- HR 462 - To amend the Water Resources Development Act of 2000 to provide for expedited project implementation relating to the comprehensive Everglades restoration plan. [Reintroduction of HR 2691 (115th Congress)]
- HR 472 - To allow communities to develop alternative flood insurance rate maps. (Referred to the House Committee on Financial Services - No Text Yet Published)
- HR 471 - To provide for greater transfer of risk under the National Flood Insurance Program to private capital and reinsurance markets. (Referred to the House Committee on Financial Services - No Text Yet Published)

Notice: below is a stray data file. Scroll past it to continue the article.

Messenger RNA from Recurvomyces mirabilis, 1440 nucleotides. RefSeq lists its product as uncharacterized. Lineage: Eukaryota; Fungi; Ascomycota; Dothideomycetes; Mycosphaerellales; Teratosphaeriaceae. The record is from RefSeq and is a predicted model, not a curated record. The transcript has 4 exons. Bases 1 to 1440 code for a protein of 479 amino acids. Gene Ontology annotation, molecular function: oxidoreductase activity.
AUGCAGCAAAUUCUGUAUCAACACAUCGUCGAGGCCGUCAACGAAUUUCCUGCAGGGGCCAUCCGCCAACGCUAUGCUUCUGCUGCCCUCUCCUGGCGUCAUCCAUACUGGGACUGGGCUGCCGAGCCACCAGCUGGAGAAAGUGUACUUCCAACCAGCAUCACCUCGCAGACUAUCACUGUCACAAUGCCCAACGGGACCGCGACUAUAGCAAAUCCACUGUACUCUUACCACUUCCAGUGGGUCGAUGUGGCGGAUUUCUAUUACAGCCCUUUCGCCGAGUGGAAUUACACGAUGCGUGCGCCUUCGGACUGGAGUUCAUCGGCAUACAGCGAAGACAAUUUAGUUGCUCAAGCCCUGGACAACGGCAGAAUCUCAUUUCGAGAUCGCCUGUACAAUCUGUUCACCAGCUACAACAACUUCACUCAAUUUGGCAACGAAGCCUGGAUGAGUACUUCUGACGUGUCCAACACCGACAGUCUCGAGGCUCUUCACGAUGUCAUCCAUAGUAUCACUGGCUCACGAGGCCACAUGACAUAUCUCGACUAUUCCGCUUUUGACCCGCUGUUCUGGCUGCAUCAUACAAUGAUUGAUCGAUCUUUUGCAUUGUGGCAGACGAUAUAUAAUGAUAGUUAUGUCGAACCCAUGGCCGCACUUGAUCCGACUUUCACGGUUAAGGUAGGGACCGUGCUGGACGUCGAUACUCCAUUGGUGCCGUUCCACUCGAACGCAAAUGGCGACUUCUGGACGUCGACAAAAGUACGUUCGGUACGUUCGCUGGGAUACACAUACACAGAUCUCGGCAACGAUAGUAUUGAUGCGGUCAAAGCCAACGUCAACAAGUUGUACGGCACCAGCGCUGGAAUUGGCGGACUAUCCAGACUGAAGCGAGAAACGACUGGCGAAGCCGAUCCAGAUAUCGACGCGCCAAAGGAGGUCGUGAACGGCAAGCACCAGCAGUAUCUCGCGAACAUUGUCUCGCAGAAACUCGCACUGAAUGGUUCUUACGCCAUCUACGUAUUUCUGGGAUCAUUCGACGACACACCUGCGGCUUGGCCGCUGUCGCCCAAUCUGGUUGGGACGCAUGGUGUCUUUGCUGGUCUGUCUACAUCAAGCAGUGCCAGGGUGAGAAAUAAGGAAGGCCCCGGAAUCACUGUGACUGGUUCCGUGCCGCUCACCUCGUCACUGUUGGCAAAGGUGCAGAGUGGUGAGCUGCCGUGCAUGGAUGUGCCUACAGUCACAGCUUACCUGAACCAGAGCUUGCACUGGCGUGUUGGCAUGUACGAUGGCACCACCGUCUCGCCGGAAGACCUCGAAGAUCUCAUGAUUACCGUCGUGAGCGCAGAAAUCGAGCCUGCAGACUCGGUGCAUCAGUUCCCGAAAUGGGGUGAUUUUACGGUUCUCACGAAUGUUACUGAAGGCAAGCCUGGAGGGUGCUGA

- HR 470 - To repeal the mandatory flood insurance coverage requirement for commercial properties located in flood hazard areas. (Referred to the House Committee on Financial Services - No Text Yet Published)
- HR 469 - To require the use of replacement cost value in determining the premium rates for flood insurance coverage under the National Flood Insurance Act. [Reintroduction of HR 2565 (115th Congress)]
America’s carbon dioxide emissions rose by 3.4 percent in 2018, the biggest increase in eight years.
An analysis concluded that Earth’s oceans are heating up 40 percent faster on average than a United Nations panel estimated five years ago, a finding with dire implications for climate change.
Brandon Road Lock and Damn proposal expected by end of February as desperation grows to keep Asian Carp out of Lake Michigan.
Did you miss…
Steve King wishing for a more ‘homogenous’ America where ‘we all look the same.’ Skip to 11:20.